|Philosophers: Sir Allameh||Muhammed Iqbal|
|[Life & Work] | [Links]|
|LIFE & WORK|
Iqbal was born in 1877 in Sialkot inthe Punjab, then in India, now a province of Pakistan, and was educated in the local school and college in Sialkot, before going on the university in Lahore. There he studied Arabic and philosophy as an undergraduate, then in 1899 did an M.A. in philosophy (being ranked first in the Punjab, and awarded a Gold Medal). He was appointed to a Readership in Arabic at the Oriental College in Lahore, and over the next few years became well known as a poet, as well as writing his first book (in Urdu), The Knowledge of Economics (1903).
In 1905 he travelled to Europe to continue his philosophical studies, first at Cambridge, then at Munich, where he obtained his doctorate with a thesis entitled The Development of Metaphysics in Persia. From 1907 to 1908 he was Professor of Arabic at the University of London; during this period he studied for the bar, becoming a barrister in 1908, when he returned to Lahore to practise law. While practising as an advocate at the Lahore High Court he continued to a part-time academic career as professor of philosophy and English Literature, being appointed Professor of Philosophy at the Government College, Lahore in 1911. He was knighted in 1923.
Despite his law practice, his philosophical work, and his gradual entry into politics, first as a member of the Punjab Legislative Council and later as president of the All India Muslim League, Iqbal was probably best known and respected as a poet. Nevertheless, his other activities brought him some measure of fame, especially six lectures that he gave at Madras, Osmania University at Hyderabad, and Aligarh, which were later published as The Reconstruction of Religious Thought in Islam (1930). During the early thirties he travelled extensively in the Middle East and Europe, participating in international political conferences, meeting philosophers and politicians, and writing.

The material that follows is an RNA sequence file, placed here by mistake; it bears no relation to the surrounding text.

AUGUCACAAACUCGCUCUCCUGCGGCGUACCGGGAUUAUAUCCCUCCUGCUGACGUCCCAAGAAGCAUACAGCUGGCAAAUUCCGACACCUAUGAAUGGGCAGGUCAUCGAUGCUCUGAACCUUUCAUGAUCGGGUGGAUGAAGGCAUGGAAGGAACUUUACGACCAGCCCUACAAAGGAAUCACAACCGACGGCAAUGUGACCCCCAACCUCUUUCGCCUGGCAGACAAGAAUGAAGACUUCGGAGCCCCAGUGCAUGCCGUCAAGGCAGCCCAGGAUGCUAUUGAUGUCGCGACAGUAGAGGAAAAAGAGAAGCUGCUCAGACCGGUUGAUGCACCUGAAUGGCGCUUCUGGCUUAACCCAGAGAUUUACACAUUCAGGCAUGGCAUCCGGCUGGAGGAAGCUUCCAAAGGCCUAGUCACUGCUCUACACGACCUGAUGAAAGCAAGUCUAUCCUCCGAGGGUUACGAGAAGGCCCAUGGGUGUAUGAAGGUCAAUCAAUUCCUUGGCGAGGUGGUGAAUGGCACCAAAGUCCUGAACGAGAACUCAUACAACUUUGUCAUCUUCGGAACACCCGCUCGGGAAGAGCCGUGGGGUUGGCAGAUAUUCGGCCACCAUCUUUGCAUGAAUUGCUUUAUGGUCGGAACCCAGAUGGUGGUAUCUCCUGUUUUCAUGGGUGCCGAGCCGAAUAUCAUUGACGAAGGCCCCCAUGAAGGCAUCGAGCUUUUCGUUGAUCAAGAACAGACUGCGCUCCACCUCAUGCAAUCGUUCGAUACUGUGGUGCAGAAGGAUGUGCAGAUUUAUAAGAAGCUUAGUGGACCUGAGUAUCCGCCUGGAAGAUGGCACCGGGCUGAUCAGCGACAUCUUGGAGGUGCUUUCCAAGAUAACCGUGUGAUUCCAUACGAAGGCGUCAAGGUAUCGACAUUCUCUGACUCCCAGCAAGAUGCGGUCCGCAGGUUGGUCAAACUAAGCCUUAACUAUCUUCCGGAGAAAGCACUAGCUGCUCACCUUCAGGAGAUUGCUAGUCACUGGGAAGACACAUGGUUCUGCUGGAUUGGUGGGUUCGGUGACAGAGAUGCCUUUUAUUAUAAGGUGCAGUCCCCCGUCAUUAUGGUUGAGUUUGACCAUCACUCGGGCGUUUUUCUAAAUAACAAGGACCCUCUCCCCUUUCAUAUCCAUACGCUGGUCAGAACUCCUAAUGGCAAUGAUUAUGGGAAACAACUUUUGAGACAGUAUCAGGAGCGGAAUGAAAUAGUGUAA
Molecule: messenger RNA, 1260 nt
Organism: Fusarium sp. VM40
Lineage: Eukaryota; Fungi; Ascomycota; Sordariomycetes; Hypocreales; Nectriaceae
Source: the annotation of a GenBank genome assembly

His political view was that in theory a Muslim state wasn't desirable, as he held to the ideal of a world-wide Muslim community; nevertheless, he held that, at least in the short and medium terms, the only way for Indian Muslims to be able to live according to the tenets of Islam was in such a state, and he campaigned accordingly (though a recent study based upon his correspondence suggests that what he had in mind was in fact an Islamic Pakistan as part of an Indian federal state). He died in Lahore in 1938, some nine years before the creation of Pakistan, where his birthday is celebrated as national holiday.
Iqbal's philosophical work involved bringing various philosophical influences, including Leibniz, Hegel, and Nietzsche, to his Islamic scholarship, thus holding out the promise of a revival of genuine Islamic philosophical thought — a return of Islam to its place in the philosophical world. That promise has yet to be truly fulfilled, though it remains in place.
"To exist in pure duration is to be a self, and to be a self is to be able to say 'I am'." (The Reconstruction of Religious Thought in Islam p.56)